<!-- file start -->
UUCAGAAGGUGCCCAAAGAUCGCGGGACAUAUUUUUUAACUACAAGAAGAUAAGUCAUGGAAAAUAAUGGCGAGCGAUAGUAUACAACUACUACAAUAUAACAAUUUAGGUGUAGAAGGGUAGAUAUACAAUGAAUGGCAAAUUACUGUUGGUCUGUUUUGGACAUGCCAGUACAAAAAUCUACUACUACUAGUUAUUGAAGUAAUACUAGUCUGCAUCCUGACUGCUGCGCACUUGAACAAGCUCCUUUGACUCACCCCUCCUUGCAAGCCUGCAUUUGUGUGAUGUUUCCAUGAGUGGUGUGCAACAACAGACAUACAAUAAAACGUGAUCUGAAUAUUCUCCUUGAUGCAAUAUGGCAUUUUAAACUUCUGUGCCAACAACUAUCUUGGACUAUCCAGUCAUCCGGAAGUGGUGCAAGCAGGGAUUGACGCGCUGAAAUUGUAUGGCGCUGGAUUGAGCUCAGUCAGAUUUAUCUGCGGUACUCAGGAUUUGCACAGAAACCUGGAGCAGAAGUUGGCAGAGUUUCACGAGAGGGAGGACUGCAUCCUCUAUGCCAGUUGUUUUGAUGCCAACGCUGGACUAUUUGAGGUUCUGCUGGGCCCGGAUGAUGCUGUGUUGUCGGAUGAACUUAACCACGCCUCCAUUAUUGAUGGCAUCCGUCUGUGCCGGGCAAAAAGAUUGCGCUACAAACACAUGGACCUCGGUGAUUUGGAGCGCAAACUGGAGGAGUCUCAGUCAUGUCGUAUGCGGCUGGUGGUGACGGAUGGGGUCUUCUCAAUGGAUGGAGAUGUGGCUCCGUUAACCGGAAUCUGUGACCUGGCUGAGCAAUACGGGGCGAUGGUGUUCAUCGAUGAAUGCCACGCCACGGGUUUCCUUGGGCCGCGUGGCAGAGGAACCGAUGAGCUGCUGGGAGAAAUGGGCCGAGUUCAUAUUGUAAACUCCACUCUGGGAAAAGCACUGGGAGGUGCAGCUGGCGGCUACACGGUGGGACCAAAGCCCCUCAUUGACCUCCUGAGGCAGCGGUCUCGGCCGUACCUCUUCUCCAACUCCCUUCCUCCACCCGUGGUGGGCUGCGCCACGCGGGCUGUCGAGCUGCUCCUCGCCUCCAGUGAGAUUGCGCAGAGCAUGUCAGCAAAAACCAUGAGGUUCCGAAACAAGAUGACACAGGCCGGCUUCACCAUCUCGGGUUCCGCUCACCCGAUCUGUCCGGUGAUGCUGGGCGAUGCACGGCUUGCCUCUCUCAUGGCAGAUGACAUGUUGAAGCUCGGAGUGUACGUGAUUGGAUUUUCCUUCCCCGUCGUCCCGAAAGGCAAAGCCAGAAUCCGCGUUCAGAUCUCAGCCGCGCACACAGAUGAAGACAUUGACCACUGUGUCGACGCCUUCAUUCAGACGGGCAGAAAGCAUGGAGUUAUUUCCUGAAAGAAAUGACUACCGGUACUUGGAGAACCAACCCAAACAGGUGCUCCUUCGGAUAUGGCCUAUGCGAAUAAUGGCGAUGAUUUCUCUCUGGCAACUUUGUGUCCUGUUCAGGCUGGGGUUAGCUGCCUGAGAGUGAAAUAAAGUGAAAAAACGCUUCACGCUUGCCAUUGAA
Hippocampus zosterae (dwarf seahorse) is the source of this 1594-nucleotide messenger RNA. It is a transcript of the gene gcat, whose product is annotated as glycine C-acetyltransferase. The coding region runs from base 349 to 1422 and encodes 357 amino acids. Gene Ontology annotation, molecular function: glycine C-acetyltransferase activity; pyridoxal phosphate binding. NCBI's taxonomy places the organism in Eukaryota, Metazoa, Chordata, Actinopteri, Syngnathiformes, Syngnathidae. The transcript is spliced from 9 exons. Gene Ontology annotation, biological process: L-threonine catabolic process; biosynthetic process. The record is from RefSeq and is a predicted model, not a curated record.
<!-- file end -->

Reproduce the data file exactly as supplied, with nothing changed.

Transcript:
UUCAGAAGGUGCCCAAAGAUCGCGGGACAUAUUUUUUAACUACAAGAAGAUAAGUCAUGGAAAAUAAUGGCGAGCGAUAGUAUACAACUACUACAAUAUAACAAUUUAGGUGUAGAAGGGUAGAUAUACAAUGAAUGGCAAAUUACUGUUGGUCUGUUUUGGACAUGCCAGUACAAAAAUCUACUACUACUAGUUAUUGAAGUAAUACUAGUCUGCAUCCUGACUGCUGCGCACUUGAACAAGCUCCUUUGACUCACCCCUCCUUGCAAGCCUGCAUUUGUGUGAUGUUUCCAUGAGUGGUGUGCAACAACAGACAUACAAUAAAACGUGAUCUGAAUAUUCUCCUUGAUGCAAUAUGGCAUUUUAAACUUCUGUGCCAACAACUAUCUUGGACUAUCCAGUCAUCCGGAAGUGGUGCAAGCAGGGAUUGACGCGCUGAAAUUGUAUGGCGCUGGAUUGAGCUCAGUCAGAUUUAUCUGCGGUACUCAGGAUUUGCACAGAAACCUGGAGCAGAAGUUGGCAGAGUUUCACGAGAGGGAGGACUGCAUCCUCUAUGCCAGUUGUUUUGAUGCCAACGCUGGACUAUUUGAGGUUCUGCUGGGCCCGGAUGAUGCUGUGUUGUCGGAUGAACUUAACCACGCCUCCAUUAUUGAUGGCAUCCGUCUGUGCCGGGCAAAAAGAUUGCGCUACAAACACAUGGACCUCGGUGAUUUGGAGCGCAAACUGGAGGAGUCUCAGUCAUGUCGUAUGCGGCUGGUGGUGACGGAUGGGGUCUUCUCAAUGGAUGGAGAUGUGGCUCCGUUAACCGGAAUCUGUGACCUGGCUGAGCAAUACGGGGCGAUGGUGUUCAUCGAUGAAUGCCACGCCACGGGUUUCCUUGGGCCGCGUGGCAGAGGAACCGAUGAGCUGCUGGGAGAAAUGGGCCGAGUUCAUAUUGUAAACUCCACUCUGGGAAAAGCACUGGGAGGUGCAGCUGGCGGCUACACGGUGGGACCAAAGCCCCUCAUUGACCUCCUGAGGCAGCGGUCUCGGCCGUACCUCUUCUCCAACUCCCUUCCUCCACCCGUGGUGGGCUGCGCCACGCGGGCUGUCGAGCUGCUCCUCGCCUCCAGUGAGAUUGCGCAGAGCAUGUCAGCAAAAACCAUGAGGUUCCGAAACAAGAUGACACAGGCCGGCUUCACCAUCUCGGGUUCCGCUCACCCGAUCUGUCCGGUGAUGCUGGGCGAUGCACGGCUUGCCUCUCUCAUGGCAGAUGACAUGUUGAAGCUCGGAGUGUACGUGAUUGGAUUUUCCUUCCCCGUCGUCCCGAAAGGCAAAGCCAGAAUCCGCGUUCAGAUCUCAGCCGCGCACACAGAUGAAGACAUUGACCACUGUGUCGACGCCUUCAUUCAGACGGGCAGAAAGCAUGGAGUUAUUUCCUGAAAGAAAUGACUACCGGUACUUGGAGAACCAACCCAAACAGGUGCUCCUUCGGAUAUGGCCUAUGCGAAUAAUGGCGAUGAUUUCUCUCUGGCAACUUUGUGUCCUGUUCAGGCUGGGGUUAGCUGCCUGAGAGUGAAAUAAAGUGAAAAAACGCUUCACGCUUGCCAUUGAA
Hippocampus zosterae (dwarf seahorse) is the source of this 1594-nucleotide messenger RNA. It is a transcript of the gene gcat, whose product is annotated as glycine C-acetyltransferase. The coding region runs from base 349 to 1422 and encodes 357 amino acids. Gene Ontology annotation, molecular function: glycine C-acetyltransferase activity; pyridoxal phosphate binding. NCBI's taxonomy places the organism in Eukaryota, Metazoa, Chordata, Actinopteri, Syngnathiformes, Syngnathidae. The transcript is spliced from 9 exons. Gene Ontology annotation, biological process: L-threonine catabolic process; biosynthetic process. The record is from RefSeq and is a predicted model, not a curated record.